Monthly Archives: August, 2013

Just published: Merkin and Steele, Insurance and the Law of Obligations

“It is widely acknowledged that insurance has a major impact on the operation of tort and contract law regimes in practice, yet there is little sustained analysis of their interaction. The majority of academic private lawyers have little knowledge of insurance law in its own right, and the amount of discussion directed to insurance in […]

Anne Bloom, ‘The Radiating Effects of Torts’

Abstract: The radiating effects of torts should be of great interest. As in other areas of the law, tort practices generate normative messages that influence public discourse and behavior. Somewhat curiously, however, scholarly inquiry into these radiating effects has been limited largely to questions about deterrence. The aim of this essay is two-fold. The first […]

Alexander Loke, ‘Tainting illegality’

Abstract: The assertion of contractual rights may be defeated by the illegality defence, not because their creation is offensive to public policy but by reason of an illegality that ‘taints’ these rights. To date, no analytical framework has been developed for understanding how these tainting rules are connected to one another. The Tainting Illegality Framework […]

Kritzer, Liu and Vidmar, ‘An Exploration of “Non-Economic” Damages in Civil Jury Awards’

Abstract: Using three primary data sources plus three supplemental sources discussed in an appendix, this paper examines how well non-economic damages could be predicted by economic damages and at how the ratio of non-economic damages to economic damages changed as the magnitude of the economic damages awarded by juries increased. We found a mixture of […]

Revisiting the Contracts Scholarship of Stewart Macaulay, Post VI: Jonathan Lipson

“Relational Reorganization. Although Stewart Macaulay’s contributions to the literature on relational contracting cannot be overstated — for practical purposes, he invented the field — its insights have been absent from an equally important body of literature that also looks at contracts in action: That of bankruptcy reorganization. At first glance, the reasons for the disconnect […]

Sandy Steel, ‘Private Law and Justice’

Abstract: This article is in two parts. The first part critically examines the foundations of Weinrib’s theory of corrective justice. It casts doubt upon his claim that private law faces incoherence if it is not entirely based upon corrective justice and questions the normative appeal of that view. The second part makes a variety of […]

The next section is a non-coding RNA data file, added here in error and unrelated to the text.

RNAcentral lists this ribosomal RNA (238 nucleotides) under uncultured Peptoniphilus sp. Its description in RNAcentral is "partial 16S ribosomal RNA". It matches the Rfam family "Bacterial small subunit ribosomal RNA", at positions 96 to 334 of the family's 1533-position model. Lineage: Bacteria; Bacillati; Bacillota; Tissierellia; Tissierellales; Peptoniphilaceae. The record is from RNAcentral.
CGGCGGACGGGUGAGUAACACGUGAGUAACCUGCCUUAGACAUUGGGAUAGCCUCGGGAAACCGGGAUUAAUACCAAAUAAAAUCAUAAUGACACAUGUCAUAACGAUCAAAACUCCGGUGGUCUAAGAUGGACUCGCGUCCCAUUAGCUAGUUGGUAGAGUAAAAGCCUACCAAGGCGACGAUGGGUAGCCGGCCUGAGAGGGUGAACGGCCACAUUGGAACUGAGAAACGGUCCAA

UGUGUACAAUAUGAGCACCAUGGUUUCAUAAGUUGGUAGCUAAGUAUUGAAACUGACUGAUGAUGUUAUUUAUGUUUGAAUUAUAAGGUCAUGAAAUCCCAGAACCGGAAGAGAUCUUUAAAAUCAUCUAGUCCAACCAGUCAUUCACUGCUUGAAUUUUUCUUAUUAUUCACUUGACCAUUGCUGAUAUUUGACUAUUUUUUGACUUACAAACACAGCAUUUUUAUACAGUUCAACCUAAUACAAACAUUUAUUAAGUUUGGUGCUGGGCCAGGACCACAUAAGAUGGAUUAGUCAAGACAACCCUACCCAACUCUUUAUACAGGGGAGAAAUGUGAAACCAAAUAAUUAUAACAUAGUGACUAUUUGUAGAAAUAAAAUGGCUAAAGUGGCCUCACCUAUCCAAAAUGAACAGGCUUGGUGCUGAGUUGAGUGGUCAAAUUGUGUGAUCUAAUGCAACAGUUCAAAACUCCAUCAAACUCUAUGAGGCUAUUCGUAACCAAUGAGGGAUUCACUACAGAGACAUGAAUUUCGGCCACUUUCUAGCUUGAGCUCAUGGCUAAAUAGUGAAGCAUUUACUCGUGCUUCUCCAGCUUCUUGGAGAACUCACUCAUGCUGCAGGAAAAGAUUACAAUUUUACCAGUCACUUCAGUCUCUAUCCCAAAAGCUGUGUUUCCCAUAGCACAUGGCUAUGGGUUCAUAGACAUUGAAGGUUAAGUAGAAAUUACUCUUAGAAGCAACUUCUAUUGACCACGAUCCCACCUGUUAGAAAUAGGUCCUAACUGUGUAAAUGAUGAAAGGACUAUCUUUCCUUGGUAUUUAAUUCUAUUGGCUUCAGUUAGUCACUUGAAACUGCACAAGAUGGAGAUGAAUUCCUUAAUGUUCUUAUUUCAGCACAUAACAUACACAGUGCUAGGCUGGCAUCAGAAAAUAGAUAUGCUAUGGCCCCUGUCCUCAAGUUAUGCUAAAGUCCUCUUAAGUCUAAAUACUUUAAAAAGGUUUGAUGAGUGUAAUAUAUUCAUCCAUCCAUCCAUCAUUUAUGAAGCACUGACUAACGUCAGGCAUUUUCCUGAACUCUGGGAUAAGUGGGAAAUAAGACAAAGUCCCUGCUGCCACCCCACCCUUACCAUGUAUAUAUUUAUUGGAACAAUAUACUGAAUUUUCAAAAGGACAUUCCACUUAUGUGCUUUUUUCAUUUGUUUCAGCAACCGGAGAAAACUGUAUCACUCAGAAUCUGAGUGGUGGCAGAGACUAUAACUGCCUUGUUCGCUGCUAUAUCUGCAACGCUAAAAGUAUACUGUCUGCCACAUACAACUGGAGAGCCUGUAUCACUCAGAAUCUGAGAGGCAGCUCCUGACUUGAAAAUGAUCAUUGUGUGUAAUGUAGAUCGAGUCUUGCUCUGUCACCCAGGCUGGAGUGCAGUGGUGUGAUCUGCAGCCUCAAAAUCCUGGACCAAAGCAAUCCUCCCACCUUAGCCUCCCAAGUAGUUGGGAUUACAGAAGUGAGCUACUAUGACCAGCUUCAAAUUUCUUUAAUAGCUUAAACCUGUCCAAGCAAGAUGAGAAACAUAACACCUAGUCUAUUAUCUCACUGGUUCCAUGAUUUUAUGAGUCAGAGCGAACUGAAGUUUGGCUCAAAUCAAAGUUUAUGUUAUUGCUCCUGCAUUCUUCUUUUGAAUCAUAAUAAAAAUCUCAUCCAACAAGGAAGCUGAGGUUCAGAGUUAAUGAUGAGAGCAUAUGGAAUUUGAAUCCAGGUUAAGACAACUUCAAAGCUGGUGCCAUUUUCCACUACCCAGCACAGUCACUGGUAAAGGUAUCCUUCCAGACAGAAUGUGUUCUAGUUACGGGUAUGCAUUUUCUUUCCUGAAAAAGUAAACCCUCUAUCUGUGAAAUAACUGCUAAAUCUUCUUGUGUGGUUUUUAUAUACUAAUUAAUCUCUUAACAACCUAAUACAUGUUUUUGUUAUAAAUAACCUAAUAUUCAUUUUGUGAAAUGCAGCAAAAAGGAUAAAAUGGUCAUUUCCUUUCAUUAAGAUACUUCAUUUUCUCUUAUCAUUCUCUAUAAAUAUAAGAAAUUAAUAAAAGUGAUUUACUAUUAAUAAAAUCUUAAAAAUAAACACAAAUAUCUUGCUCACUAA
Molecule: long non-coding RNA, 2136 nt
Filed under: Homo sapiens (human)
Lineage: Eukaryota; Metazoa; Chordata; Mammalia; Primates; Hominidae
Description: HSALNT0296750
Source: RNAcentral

Andrea Boyack, ‘The Three and a Half Minute Transaction: What Sticky Boilerplate Reveals About Contract Law and Practice’

Abstract: The Three and a Half Minute Transaction: Boilerplate and the Limits of Contractual Design, by Mitu Gulati and Robert E Scott, is a cautionary tale about modern legal practice where the protagonist is the standard sovereign debt contract. The book discloses an undeniable flaw in sovereign bond boilerplate (the widely used pari passu clause) […]

Hadfield and Bozovic, ‘Scaffolding: Using Formal Contracts to Build Informal Relations to Support Innovation’

Abstract: In a study that follows in Macaulay’s (1963) footsteps, we asked businesses what role formal contract law plays in managing their external relationships. We heard similar answers to the ones Macaulay obtained fifty years ago from companies who described important but non-innovation-oriented external relationships. But we also uncovered an important phenomenon: companies that described […]

Revisiting the Contracts Scholarship of Stewart Macaulay, Post V: Gillian Hadfield

“Maybe Contract Law Isn’t Dead After All. In 1963 Stewart Macaulay asked: what good is contract law? His interviews with business(men) in a range of companies — including giants like General Electric, SC Johnson and Harley-Davidson — suggested the answer was ‘not much’. He was repeatedly told that in practice, formal contracts were rarely drawn […]

Bram Akkermans, ‘Standardisation of Property Rights in European Property Law’

Abstract: European Property Law is in development. In the last decades it has been a study of theory rather than of practice as it is usually considered too diverse and too much differing between countries to ever achieve meaningful results when trying to seek harmonisation. Recently, however, property law is moving to the center of […]